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Patricia Sadoski: Now is a good time to thank a nurse

(Francisco Kjolseth | Tribune file photo) Congressman Ben McAdams, D-Utah, greets public health nurse Lee Cherie Booth at the Salt Lake County Public Health Center on Tuesday, April 28, 2020, where he thanked employees who are producing vital data about the source of the county's COVID-19 infections and how it may have spread among county residents.

The week starting May 6 is National Nurses Week. The profession of nursing is probably best known for its influential past in the likes of Florence Nightingale. She was truly one of the most caring and iconic women in the world in her day. Her influences on the profession of nursing are still evident today.

Nurses are a dynamic group who despite the challenges, hardships and exposures have chosen this noble work. Choosing to enter the profession of nursing is embarking on a life of giving, nurturing and mending and endless tasks left undone. It is a daily challenge and an ever-present opportunity. It is an exhausting yet continually stimulating and rewarding profession that none of us ever really retire from. Some of my old nurse friends say, “Once a nurse always a nurse.”

We are the one the neighbor calls, the one who stops at accidents, who run into the danger, who soothe the fragile spirit and who defend the patient who cannot defend himself. It can be thrilling, devastating, enthralling, rewarding, fulfilling, terrifying and numbing sometimes all in the same 12-hour shift.

When I think back on some of the assignments I and others have been charged with managing, I am stunned to contemplate the immensity of responsibility. Many of my friends have delivered babies or made a life-altering decision because they were the most skilled person in the field at the critical moment. These are not unique occurrences. It wasn’t so very long ago that we were often the most skilled presence available in the hospital until the physician was called.

And now more than ever nurses are valued, needed and, in fact, indispensable. They are jumping into the fracas to help care for and attempt to save lives all across the country and the world at great risk to their own health and well-being. Although prior to this scourge our talents were valued, now they are desperately needed, too.

Prior to this winter the value and necessity of nurses was high in so many demanding areas. Intensive care units, emergency rooms, dialysis centers, newborn ICU’s and hospice bedsides are some of the many areas where nurses were not only instrumental but directing the care. It wasn’t uncommon to have a death on your shift and be the one to notify and console the family. Now it is a most horrific situation of comforting through a mask and gown and no ability to include and console the family.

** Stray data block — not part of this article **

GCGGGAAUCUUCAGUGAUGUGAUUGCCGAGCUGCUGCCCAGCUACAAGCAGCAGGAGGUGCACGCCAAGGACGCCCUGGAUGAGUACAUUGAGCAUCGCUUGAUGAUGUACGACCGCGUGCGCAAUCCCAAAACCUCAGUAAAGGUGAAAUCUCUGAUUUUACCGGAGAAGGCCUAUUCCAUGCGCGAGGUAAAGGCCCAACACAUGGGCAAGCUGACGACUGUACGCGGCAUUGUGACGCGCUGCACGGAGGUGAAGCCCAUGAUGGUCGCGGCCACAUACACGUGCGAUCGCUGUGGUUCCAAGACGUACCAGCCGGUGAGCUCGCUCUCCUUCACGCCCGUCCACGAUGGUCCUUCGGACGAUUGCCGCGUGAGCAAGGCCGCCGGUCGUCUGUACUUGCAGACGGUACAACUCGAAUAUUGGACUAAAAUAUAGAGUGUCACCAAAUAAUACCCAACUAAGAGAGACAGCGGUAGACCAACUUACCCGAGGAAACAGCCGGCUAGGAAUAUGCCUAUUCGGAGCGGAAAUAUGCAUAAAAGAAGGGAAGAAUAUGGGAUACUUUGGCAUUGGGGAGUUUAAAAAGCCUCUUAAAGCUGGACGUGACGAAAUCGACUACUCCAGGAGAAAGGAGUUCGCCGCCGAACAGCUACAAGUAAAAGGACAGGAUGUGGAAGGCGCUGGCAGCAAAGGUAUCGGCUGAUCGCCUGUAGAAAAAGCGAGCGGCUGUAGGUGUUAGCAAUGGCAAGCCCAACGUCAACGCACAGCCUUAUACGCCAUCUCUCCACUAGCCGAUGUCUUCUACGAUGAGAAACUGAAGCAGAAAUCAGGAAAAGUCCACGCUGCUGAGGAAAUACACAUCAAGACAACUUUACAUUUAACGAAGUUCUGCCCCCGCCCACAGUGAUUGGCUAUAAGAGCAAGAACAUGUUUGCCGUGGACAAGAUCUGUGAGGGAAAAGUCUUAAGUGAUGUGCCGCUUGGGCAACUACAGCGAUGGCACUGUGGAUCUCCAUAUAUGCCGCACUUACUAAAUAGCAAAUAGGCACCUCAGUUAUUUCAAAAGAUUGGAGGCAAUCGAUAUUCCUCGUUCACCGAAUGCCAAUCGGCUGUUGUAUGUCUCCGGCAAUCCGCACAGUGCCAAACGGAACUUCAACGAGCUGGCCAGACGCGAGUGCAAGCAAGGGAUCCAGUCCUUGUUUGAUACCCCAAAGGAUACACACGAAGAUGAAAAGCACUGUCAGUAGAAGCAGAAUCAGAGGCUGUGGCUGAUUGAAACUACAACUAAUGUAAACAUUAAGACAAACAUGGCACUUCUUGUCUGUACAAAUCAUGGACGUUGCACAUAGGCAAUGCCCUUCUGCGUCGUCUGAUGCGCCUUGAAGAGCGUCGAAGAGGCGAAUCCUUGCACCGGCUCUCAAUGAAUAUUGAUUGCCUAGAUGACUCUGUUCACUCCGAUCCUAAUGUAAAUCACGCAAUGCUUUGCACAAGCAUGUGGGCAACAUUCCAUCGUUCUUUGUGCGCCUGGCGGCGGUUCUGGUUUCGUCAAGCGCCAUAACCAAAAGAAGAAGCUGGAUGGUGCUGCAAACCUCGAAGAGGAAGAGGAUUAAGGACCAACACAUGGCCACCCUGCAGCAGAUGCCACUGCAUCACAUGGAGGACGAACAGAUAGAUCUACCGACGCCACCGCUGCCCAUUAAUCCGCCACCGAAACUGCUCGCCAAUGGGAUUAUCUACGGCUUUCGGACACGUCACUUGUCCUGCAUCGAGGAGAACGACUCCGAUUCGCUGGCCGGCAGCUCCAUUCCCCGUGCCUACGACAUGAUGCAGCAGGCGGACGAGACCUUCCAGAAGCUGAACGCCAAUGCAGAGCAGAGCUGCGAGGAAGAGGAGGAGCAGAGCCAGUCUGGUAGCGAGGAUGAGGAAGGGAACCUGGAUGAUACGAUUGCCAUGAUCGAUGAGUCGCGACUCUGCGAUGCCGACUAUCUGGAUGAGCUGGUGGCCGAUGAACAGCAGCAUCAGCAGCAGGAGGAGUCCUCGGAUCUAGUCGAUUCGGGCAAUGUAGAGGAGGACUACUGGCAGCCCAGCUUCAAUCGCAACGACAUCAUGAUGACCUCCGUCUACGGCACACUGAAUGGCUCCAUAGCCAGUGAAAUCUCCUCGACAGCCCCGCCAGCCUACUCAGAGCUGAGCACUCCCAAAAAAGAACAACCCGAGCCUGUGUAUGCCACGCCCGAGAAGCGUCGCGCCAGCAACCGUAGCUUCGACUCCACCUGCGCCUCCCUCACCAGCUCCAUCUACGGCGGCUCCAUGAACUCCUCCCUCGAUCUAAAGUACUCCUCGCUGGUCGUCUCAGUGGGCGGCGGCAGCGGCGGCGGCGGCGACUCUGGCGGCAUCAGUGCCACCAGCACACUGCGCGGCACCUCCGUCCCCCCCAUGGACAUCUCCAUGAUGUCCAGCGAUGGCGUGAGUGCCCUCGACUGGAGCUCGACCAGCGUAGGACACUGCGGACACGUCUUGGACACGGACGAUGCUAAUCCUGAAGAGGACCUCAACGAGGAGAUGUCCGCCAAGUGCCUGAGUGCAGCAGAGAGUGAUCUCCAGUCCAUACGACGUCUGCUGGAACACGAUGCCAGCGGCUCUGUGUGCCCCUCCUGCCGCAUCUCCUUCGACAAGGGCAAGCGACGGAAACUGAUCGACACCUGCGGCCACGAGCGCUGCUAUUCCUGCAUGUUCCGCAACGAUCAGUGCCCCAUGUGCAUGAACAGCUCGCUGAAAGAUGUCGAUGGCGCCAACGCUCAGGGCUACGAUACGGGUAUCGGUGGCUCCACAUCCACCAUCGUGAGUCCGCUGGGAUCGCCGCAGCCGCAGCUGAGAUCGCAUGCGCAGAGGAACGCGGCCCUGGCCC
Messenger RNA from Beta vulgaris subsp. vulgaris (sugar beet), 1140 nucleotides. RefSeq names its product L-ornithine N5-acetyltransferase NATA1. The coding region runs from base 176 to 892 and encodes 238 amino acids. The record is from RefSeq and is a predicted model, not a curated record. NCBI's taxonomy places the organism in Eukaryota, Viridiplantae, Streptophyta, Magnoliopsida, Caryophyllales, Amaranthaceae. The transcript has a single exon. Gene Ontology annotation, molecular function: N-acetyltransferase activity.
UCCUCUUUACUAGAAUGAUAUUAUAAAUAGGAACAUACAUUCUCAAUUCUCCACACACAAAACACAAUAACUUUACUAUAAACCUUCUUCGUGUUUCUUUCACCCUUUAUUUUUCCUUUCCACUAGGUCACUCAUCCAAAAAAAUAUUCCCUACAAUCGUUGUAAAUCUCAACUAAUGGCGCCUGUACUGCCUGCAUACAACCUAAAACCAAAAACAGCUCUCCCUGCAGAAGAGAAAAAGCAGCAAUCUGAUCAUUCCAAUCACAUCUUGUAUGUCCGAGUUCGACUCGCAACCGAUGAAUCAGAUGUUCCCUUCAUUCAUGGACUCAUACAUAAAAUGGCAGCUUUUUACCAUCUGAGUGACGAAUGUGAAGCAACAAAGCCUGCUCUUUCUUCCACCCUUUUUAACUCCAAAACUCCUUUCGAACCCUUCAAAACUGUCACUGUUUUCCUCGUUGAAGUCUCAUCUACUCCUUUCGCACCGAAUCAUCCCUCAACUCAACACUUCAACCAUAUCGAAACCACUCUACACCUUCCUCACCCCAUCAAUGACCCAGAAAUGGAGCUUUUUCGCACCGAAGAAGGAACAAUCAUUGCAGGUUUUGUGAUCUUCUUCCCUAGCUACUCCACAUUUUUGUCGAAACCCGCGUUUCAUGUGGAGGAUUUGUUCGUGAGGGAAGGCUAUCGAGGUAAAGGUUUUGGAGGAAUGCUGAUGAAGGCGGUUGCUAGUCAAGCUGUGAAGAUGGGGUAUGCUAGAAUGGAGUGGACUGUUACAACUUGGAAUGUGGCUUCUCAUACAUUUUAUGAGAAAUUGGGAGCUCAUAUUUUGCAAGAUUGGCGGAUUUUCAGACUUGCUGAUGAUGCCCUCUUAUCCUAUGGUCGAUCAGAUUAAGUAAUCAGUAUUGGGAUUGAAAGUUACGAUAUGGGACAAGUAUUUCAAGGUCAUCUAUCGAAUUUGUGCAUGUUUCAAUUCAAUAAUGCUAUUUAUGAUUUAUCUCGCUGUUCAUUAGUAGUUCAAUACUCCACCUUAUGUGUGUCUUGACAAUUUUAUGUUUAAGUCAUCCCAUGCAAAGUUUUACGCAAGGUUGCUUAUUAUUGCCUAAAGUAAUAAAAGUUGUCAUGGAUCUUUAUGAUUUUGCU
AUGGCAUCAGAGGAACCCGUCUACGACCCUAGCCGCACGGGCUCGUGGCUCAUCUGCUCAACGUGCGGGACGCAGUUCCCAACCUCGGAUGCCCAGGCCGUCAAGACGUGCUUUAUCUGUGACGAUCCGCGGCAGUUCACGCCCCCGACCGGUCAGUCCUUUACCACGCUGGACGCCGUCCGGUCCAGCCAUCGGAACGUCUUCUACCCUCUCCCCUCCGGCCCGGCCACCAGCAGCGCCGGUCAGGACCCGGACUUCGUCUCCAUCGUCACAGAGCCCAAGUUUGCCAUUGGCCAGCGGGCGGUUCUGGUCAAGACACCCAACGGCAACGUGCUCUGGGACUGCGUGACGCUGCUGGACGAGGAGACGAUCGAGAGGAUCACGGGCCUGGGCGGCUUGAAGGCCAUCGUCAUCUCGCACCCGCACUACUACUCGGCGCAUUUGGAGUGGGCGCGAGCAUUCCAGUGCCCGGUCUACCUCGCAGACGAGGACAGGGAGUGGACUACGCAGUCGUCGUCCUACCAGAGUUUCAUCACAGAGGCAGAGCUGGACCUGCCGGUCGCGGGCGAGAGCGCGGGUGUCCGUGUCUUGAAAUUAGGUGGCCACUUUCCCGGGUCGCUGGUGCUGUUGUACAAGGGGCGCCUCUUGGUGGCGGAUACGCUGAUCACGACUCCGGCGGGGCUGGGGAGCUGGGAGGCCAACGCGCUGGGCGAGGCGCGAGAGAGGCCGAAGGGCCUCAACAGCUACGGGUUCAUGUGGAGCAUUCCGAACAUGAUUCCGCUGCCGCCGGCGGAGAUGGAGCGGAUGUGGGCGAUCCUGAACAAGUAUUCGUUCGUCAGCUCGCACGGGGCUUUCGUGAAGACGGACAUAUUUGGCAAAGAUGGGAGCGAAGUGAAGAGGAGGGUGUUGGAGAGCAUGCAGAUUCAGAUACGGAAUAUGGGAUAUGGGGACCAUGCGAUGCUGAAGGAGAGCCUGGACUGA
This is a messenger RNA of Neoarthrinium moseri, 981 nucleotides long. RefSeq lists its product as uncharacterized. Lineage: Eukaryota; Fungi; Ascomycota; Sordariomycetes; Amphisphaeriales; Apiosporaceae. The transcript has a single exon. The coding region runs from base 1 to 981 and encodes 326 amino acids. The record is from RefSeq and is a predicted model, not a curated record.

Now nurses suffer the grief of losing many patients on a shift whose respiratory capacity has collapsed under the weight of a new virus we cannot seem to treat. Nurses are shouldering the added risk and fear that they themselves might get the virus in the process of caring which is unique to this crisis.

Nurses are the epitome of caring. Caring is not judgmental, negative, mean-spirited. It is not prejudiced, heartless, selective. And it is not Republican or Democrat. Nurses are typically non-disparaging. They don’t care about your income, family history, skin color, degree or financial worth. They are fiercely consumed with making you better or at least more comfortable.

The American public has repeatedly ranked nurses as the most trusted professionals with the highest honesty and ethical standard out of a wide spectrum of professions. That measure puts nurses up against doctors, lawyers, lawmakers, clergy, law enforcement and firefighters. That is a pretty daunting honor for the nursing profession. This level of trust has persisted for well over a decade.

And now with the current state of affairs with this COVID-19 virus, cities are begging for more nurses and asking newly retired nurses to return to the profession to help fight this plague-like disease. They are waving the last semester of education to have students not yet licensed assist in the care and management of seriously ill patients.

At times our profession can seem unnerving or discouraging. I can think of times when I endured being spit on, sworn at, vomited on, bled on and cried on. But most nurses would say that just goes with the profession. The memorable moments far outweighed the others, until this pandemic took hold of the world. I can think of many memorable moments of sharing the emotion of the loss with a family and a care team over the years, but the images coming out of the hot zones of NYC and Italy are like no other experience in my lifetime.

Florence Nightingale said, “The greatest heroes are those who do their duty in the daily grind of domestic affairs whilst the world whirls as a maddening dreidel.”

National Nurse’s Week always begins on May 6 and runs to Florence Nightengale’s birthday, May 12. But please do not wait to thank or honor the nurses in our world who are so very indispensable at this critical juncture. In these times of so much discontent, discord, mistrust and fear take a moment to find a way to thank a nurse in your life.

Patricia Sadoski

Patricia Sadoski, Logan, is a retired nurse and consultant.

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